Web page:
CDs still account for 85% of (legal) music purchases — though that percentage shrinks when you include the one billion illegal downloads that occur each month (source: media measurement firm BigChampagne LLC).
And digital music sales from sites like iTunes are not making up the shortfall:
Digital sales of individual songs this year have risen 54% from a year earlier to 173.4 million, according to Nielsen SoundScan.
But that’s nowhere near enough to offset the 20% decline from a year ago in CD sales to 81.5 million units. Overall, sales of all music — digital and physical — are down 10% this year.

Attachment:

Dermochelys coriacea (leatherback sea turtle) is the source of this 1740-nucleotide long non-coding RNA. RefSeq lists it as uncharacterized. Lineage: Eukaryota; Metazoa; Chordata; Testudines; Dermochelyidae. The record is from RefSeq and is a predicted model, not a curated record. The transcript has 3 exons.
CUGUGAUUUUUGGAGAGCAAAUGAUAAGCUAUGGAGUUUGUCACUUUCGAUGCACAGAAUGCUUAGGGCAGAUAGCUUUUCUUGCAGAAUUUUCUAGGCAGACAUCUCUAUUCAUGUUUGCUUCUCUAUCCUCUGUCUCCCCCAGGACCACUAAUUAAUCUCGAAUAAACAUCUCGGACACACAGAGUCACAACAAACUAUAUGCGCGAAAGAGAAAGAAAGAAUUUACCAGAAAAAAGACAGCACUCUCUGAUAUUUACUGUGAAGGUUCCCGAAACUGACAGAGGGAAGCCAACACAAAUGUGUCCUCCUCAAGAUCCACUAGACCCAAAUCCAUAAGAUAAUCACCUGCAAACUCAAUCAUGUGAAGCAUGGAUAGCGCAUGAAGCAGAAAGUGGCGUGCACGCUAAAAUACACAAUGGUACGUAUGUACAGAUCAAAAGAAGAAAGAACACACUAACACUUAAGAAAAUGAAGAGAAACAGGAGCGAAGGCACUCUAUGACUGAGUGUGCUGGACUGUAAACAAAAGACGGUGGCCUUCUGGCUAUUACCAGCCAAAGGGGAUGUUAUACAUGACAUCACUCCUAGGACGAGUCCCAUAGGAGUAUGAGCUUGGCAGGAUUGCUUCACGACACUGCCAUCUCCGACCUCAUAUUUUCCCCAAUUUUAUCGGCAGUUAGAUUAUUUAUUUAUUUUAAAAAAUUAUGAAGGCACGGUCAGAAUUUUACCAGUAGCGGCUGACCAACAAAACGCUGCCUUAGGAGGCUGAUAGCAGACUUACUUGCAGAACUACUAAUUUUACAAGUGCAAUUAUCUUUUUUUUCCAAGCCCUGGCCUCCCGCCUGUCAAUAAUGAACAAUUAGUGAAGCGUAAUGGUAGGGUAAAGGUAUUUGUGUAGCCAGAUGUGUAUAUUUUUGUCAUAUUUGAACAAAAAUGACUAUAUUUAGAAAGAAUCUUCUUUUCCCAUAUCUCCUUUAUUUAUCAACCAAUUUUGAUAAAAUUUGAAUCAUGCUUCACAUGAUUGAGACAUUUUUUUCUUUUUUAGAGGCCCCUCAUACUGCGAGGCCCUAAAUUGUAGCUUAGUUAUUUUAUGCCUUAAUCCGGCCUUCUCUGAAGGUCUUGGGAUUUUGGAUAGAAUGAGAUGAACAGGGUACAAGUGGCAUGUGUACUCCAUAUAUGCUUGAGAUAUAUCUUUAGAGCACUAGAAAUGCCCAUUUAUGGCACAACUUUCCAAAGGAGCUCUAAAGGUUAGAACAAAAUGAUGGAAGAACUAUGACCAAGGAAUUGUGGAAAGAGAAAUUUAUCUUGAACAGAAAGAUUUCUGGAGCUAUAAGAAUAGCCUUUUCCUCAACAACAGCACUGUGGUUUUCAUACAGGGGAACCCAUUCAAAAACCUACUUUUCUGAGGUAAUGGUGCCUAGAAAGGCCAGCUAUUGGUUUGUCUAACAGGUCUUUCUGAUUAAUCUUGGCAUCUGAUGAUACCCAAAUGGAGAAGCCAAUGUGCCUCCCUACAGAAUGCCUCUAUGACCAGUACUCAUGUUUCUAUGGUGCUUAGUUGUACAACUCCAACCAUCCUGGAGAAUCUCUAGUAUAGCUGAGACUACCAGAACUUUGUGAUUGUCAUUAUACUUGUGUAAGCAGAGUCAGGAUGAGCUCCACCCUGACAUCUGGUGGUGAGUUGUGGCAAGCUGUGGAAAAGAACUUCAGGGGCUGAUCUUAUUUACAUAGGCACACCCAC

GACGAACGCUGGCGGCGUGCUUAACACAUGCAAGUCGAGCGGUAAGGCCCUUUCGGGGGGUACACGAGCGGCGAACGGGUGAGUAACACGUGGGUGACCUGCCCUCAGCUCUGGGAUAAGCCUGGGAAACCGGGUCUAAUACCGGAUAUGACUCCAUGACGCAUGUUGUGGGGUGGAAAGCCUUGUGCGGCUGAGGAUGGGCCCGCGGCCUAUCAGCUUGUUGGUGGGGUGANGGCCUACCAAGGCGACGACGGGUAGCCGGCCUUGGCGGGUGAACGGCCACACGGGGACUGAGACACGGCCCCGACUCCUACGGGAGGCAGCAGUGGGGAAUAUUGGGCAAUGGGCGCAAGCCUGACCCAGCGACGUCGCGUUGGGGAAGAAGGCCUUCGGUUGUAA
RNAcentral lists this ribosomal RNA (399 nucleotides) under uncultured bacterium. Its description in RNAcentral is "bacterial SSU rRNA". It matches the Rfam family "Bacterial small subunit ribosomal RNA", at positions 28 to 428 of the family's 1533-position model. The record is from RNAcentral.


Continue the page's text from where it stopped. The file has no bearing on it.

And even including sales of ringtones, subscription services and other “ancillary” goods, sales are still down 9%…
Of course the irony here is that Apple has sold 100 million iPods, so music plays an important role in people’s lives — but it’s clear there are too many ways to get that music for free, either on the Internet, or borrowing and ripping CDs from family and friends.
The music industry will have to find new ways to make money other than CDs — that gravy train is over, so on to other revenue sources like live concerts, merchandising and advertising deals.
From the Wall Street Journal (subscription required).